Coronavirus and deadly flash floods could spell double disaster for Uganda

Published: 7 May 2020

Heavy rain on 7th May caused four rivers in the Kasese District in western Uganda to burst their banks. Already suffering from life in lockdown since 30th March, communities must now contend with destroyed homes and displaced people. MAF is responding as best it can…   

Around 173,000 people and 24,760 homes have been impacted by the floods (The Guardian). With houses, crops and livelihoods swept away, homelessness, poverty and potential starvation are beginning to overshadow the threat of coronavirus.

The rain has caused Lake Victoria - which straddles Uganda, Kenya and Tanzania - to swell to record levels not seen since the 1920s.

MAF’s runway is partially submerged

MAF Uganda’s runway in Kajjansi Airfield – located on the outskirts of Lake Victoria - has also flooded. Part of it is three feet under water.

As coronavirus restrictions begin to decrease in Uganda, MAF’s ground operations team have been able to access the runway for damage.

Despite the floods, every effort is being made to keep MAF’s runway in Kajjansi open. The MAF team have been making good use of their time by undertaking extensive repairs and manoeuvring aircraft. MAF Uganda’s Communication Officer, Jill Vine, explains:

‘It took five engineers and one entire day to tow the planes across a newly built ramp and soft grass. Our team were able to do this with the help of a huge tractor, kindly provided by the police hangar next door!’

An MAF plane towed across Kaijansi Airfield by a tractor on loan from local police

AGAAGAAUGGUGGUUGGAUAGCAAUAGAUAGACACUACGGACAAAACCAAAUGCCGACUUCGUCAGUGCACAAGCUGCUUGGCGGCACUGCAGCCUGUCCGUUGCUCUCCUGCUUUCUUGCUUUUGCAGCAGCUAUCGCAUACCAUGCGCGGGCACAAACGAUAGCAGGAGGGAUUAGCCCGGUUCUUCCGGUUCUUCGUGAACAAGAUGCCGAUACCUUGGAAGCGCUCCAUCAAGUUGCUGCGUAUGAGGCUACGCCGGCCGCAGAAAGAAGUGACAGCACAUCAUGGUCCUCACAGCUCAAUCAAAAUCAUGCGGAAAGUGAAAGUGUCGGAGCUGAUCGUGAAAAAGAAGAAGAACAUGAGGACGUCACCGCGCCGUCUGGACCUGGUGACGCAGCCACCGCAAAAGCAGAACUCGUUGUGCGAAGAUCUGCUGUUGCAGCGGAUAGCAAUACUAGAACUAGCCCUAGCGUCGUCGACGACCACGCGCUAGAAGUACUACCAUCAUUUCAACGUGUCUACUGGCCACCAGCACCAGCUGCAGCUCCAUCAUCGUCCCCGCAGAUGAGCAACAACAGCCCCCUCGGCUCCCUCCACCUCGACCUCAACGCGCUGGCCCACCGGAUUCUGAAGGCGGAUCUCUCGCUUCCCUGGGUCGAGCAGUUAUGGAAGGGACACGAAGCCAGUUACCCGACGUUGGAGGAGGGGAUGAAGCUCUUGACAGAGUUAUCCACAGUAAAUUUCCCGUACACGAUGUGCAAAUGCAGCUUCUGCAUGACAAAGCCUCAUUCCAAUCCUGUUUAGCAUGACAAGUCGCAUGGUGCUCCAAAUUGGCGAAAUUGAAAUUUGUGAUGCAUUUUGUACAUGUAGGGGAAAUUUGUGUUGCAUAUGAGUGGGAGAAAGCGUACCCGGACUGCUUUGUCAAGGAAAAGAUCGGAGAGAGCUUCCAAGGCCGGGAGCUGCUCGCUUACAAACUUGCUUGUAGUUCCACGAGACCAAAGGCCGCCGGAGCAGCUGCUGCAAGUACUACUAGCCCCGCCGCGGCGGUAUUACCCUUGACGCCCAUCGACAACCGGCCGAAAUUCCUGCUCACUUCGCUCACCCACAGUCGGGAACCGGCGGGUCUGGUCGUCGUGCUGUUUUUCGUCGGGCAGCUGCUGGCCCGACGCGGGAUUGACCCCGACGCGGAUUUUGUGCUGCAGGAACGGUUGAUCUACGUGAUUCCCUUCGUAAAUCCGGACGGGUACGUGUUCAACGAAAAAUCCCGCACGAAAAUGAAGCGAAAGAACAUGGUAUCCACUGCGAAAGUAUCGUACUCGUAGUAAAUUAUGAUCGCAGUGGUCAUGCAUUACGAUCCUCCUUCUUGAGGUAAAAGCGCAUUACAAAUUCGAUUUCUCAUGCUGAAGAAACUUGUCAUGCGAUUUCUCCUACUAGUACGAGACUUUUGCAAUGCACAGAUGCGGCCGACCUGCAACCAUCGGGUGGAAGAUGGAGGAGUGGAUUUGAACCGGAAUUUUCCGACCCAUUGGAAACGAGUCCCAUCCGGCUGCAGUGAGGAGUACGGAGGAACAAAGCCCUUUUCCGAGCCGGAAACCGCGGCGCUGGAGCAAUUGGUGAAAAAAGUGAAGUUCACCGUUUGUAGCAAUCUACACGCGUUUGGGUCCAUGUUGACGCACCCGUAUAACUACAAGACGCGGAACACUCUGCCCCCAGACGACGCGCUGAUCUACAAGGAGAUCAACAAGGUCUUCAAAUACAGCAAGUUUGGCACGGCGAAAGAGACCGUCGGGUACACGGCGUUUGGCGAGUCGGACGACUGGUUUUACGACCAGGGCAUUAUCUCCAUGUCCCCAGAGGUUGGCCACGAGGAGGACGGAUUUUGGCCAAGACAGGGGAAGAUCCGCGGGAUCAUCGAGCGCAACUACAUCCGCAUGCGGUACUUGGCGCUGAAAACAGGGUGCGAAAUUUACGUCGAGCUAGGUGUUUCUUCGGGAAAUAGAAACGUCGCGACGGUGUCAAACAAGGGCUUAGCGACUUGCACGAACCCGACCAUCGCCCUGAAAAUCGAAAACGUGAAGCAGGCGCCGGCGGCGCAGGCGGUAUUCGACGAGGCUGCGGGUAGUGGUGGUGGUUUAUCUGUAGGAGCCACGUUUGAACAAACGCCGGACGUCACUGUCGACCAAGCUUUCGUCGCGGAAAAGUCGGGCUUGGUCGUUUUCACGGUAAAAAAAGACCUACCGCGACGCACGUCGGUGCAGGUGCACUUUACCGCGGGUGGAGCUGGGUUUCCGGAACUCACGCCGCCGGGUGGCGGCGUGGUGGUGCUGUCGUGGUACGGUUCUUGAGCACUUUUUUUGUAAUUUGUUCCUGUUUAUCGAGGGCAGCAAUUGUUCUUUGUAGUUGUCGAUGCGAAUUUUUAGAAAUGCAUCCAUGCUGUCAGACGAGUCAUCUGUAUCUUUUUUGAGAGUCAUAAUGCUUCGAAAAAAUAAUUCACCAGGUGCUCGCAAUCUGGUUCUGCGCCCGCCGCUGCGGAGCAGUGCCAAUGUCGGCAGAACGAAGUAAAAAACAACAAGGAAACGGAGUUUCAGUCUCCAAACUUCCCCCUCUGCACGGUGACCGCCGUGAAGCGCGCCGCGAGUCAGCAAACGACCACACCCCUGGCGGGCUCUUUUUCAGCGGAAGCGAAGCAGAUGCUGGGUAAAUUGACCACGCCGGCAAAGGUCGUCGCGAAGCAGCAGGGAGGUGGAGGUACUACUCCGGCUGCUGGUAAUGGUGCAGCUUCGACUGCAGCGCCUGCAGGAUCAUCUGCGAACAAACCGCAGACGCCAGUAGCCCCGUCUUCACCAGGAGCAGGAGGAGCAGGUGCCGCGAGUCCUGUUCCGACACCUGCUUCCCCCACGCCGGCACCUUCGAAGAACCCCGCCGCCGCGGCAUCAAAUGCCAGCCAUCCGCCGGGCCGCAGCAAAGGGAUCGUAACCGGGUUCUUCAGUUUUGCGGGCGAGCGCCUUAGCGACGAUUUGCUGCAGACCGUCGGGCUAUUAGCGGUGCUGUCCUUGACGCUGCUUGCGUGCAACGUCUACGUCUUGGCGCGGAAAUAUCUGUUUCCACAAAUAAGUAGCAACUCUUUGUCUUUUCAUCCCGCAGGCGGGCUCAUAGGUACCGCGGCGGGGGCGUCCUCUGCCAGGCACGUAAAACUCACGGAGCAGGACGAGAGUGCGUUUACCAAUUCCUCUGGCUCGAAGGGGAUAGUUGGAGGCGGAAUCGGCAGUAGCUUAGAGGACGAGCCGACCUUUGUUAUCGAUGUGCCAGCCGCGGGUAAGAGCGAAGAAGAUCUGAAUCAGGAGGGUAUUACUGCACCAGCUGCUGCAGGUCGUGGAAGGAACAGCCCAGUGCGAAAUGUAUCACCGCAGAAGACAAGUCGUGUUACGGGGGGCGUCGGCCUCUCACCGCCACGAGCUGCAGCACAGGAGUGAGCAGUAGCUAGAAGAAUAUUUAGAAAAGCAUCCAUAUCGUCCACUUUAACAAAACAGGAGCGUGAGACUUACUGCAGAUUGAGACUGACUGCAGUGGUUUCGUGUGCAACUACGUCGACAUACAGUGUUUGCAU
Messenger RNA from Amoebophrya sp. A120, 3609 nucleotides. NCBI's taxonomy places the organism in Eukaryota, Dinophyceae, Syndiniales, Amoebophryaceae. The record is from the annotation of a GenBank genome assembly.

When the waters recede and repairs are complete, the aircraft will be able to properly taxi in and out once again.

Once the coronavirus restrictions are lifted, MAF hope the runway will be ready in time to accommodate the full fleet. 

MAF permissions fortuitously granted before the floods

At the height of the pandemic and before the floods hit, MAF entered into challenging negotiations with the Ugandan authorities during their strict lockdown to obtain special permissions and licenses to fly in an emergency.

Fortuitously, MAF was finally granted permission to fly just before the heavens opened. MAF was able to relocate two of its aircraft from Kajjansi Airfield to Entebbe International Airport. As a result, MAF are successfully on standby today for any disaster response flying.

‘We have more obstacles in our way than ever before’

Uganda’s Prime Minister, Ruhakana Rugunda, has set up a Disaster Response Task Force to address the country’s latest flood emergency. MAF has been in touch with its head to offer support. MAF’s Uganda Programme Manager, Steve Forsyth, says supporting Uganda has never been more critical:

‘Although we have more obstacles in our way than ever before, it’s so important for MAF to stand with the people of Uganda throughout this painful time. We hope to start flying much needed supplies to Kasese.

Prayers for this nation are invaluable. MAF need your support more than ever during this uncertain time, so that we can continue the work we’ve been created to do in a crisis.’